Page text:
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Wimbledon tennis queue

The Wimbledon Tennis Queue 2022 – Everything we know so far

Joining ‘The Queue’ is one of the best ways to get tickets to The Wimbledon Tennis Championships – here’s how, where and when to queue for 2022 Wimbledon tennis tickets

If you didn’t get tickets to the Wimbledon Championships this year, then joining the Wimbledon Tennis Queue is one of the best ways to watch top class tennis at one of the best Grand Slam tournaments in the world.

It’s one of the very few major UK sporting events where you can still buy premium tickets on the day of play.

And while queueing for the tennis wasn’t an option in 2021, the Queue is back in 2022 for on-day sales.

I’ve queued three times before, and camped overnight at Wimbledon Park – to get tickets to the tournament. Here’s my rough guide to The Queue:

Wimbledon photographer Hugh Routledge

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Arrive early if you want to get show court tickets. In the past, you will have most certainly had to camp overnight for these, and chances are the same will be true for this year.

In previous years, tennis fans would start queueing the evening before with their camping gear so as to be first in line in the morning. People have even been known to start queuing 40 hours ahead of time to ensure they get Centre Court tickets. Of course, the more popular the match, the earlier you should be prepared to queue.

Around 500 tickets will be allocated for Centre Court, Court 1 and Court 2 each day (except the last four days of the tournament for Centre Court) so if you wanted Centre Court tickets you will need to be in the first 500 people in the queue, Court No 1 the next 500, and so on. Then once those tickets have all been handed out, there will be Grounds Passes. Everyone will be handed a dated and numbered queue card upon joining the queue to prevent queue jumping and tents will be set up in rows – you will be shown where to set up by a steward. Those in the front will be handed wristbands on the morning of play for the show courts.

To give you a rough idea, in 2013 I arrived at the Queue at 2pm on Saturday for the second Monday and was 337th in line, camping for two nights and got Centre Court tickets. In 2011 I joined the Queue on Sunday at around 2pm, was 1450 in line, camped for one night and got Court 2 seats.

And we’ve been told that this year will be very much like it has been in past years – so expect these rules and traditions to still ring true for 2022.

Once all show court tickets were allocated you were only able to get Ground Passes, although you could watch matches on Courts 4-19 where seats were unreserved, and sit on Henman Hill/Murray Mound. For Ground Passes, joining the queue on the day was fine – but we advise you still get there early, from around 7am when campers usually dismantle their tents.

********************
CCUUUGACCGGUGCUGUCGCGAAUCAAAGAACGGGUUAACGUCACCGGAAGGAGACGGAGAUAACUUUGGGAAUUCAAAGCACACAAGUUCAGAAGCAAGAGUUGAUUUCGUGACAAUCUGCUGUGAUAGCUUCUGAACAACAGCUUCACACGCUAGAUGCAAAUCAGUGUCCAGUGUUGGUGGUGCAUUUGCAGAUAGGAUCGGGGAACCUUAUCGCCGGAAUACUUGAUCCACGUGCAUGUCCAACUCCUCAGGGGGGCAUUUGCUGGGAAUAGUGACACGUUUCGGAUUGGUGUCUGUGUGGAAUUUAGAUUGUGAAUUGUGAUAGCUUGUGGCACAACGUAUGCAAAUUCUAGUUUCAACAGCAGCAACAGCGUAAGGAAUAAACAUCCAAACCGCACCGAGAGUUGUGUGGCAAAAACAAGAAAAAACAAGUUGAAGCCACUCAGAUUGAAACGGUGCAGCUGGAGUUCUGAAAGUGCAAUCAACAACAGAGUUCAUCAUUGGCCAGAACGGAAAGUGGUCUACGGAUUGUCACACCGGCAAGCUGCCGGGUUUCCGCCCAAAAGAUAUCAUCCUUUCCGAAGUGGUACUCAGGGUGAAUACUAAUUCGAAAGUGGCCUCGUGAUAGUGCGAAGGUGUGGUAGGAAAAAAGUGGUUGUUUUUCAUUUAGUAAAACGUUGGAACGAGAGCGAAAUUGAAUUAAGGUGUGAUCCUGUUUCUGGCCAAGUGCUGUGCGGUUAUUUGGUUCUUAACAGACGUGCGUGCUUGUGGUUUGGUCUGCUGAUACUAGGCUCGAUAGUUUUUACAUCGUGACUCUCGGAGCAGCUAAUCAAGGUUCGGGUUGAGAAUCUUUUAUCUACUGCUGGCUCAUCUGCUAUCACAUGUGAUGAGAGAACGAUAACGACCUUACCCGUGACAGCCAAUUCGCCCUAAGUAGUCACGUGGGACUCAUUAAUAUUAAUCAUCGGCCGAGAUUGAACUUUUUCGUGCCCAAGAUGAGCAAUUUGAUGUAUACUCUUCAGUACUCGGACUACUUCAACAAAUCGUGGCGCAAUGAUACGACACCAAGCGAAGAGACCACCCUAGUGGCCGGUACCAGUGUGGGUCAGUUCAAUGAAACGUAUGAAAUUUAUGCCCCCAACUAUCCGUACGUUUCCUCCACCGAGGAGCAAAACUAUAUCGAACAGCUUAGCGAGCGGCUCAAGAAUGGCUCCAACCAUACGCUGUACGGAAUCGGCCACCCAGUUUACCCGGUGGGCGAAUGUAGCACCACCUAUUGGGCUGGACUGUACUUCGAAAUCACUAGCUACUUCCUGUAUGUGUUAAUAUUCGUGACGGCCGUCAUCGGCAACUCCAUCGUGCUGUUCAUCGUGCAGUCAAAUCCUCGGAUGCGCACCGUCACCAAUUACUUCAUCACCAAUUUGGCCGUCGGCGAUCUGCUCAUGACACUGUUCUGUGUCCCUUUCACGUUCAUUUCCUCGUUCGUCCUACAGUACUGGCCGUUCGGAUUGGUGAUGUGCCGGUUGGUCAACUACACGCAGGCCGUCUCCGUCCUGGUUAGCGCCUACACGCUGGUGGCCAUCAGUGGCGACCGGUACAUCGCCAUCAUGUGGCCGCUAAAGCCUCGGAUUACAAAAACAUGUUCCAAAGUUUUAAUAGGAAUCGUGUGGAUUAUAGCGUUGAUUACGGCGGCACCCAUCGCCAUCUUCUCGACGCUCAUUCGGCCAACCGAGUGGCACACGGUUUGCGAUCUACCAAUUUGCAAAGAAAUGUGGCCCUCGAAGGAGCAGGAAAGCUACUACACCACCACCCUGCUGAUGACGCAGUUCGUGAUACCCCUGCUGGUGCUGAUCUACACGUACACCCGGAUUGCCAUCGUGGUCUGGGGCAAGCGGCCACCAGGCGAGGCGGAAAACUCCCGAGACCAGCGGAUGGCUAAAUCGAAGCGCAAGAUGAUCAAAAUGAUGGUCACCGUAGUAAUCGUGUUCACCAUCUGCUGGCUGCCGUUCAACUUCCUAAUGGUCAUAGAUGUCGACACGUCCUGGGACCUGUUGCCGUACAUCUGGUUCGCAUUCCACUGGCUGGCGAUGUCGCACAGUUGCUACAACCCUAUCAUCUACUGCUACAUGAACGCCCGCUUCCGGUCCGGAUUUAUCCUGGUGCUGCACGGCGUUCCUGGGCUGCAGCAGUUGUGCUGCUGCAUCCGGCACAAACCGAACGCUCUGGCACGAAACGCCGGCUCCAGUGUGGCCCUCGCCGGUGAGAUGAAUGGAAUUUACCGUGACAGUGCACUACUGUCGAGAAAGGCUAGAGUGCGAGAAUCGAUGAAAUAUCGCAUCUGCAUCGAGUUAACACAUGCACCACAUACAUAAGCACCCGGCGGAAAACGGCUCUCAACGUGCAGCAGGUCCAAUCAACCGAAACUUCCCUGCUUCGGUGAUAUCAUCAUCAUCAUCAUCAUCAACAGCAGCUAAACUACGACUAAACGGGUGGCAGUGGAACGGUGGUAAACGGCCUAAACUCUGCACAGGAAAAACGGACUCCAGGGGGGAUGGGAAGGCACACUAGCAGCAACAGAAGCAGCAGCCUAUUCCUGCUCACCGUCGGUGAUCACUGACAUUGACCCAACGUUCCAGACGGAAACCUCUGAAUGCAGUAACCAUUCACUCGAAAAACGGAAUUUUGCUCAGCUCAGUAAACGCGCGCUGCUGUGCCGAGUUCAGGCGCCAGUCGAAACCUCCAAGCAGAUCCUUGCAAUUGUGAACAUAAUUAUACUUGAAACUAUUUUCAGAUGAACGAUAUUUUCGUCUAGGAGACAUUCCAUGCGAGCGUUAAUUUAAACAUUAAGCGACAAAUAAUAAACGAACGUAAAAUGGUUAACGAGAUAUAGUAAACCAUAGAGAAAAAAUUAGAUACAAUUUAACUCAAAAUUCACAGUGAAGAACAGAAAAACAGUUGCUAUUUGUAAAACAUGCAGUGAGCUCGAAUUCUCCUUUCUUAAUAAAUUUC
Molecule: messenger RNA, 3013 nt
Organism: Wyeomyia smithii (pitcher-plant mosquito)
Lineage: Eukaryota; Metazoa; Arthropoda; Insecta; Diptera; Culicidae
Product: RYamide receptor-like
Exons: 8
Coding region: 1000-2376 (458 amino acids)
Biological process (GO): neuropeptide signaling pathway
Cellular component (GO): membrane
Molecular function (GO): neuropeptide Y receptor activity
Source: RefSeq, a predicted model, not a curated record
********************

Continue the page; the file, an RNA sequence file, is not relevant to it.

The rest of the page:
Worth knowing

You can leave your luggage at Wimbledon Tennis: Left luggage is £1 for most items, but £5 for large items.

Be prepared if you’re planning to camp overnight. Take a tent (maximum two person tent is the guideline), a sleeping bag and I highly suggest an airbed if staying for more than one night. I remember seeing people camp with just a sleeping bag, and they looked very cold and uncomfortable! The one thing I wish I had was a camping chair – sitting on the ground all day is not very comfortable! Stewards will wake everyone up at around 6am on the morning of play to dismantle tents and form a standing queue. I strongly suggest setting an alarm and getting up and packed before the rest of the campers to avoid long queues at the left luggage facilities (which open at 5.30am and close one hour after play ends). Try to get as much sleep as possible – I used to wonder why so many spectators fall asleep while watching matches, and now realise that many are tired campers!

Large items can be deposited at the left luggage facilities for £5 an item (£4 will be donated to improving facilities of Wimbledon Park), with other items costing £1. The guideline on bag size is ‘cabin’ sized to ensure that the left luggage facilities can cater for as many people in the queue as possible. After this, there’ll be a few more hours of queuing (during which wristbands will be handed out) before reaching at the turnstiles to pay for tickets and entering the grounds.

With the unpredictable British weather you should also consider taking a waterproof jacket and umbrella  – or, if we get tropical temperatures, make sure you have sun screen, plenty of water and a hat to keep cool.  A picnic blanket will come in handy too with all the waiting around.

“There’s always a great atmosphere in the Queue because of the very friendly and helpful stewards and excitement of fellow campers.”

WIN FABULOUS PRIZES!

Food and drink. You could take your own food and drink into the camping grounds and inside (limit on alcohol is a bottle of wine or two 500ml cans of beer per person into the Grounds), although there are plenty of food stalls and restaurants if you want to buy food and drink inside. It’s a good idea if you’re planning to stay around the camping area to get food, snacks and refreshments – take a cooler bag. Or you could order a take away and get it delivered to the Wimbledon Park Road gate. Alternatively, venture around the area or grab something from the food vendors on site. Note that barbecues are not permitted in the Queue.

There’s always a great atmosphere in the Queue because of the very friendly and helpful stewards and excitement of fellow campers. Don’t forget to soak in the Wimbledon atmosphere, get a Pimm’s and lemonade, strawberries and cream and enjoy world class tennis on your doorstep!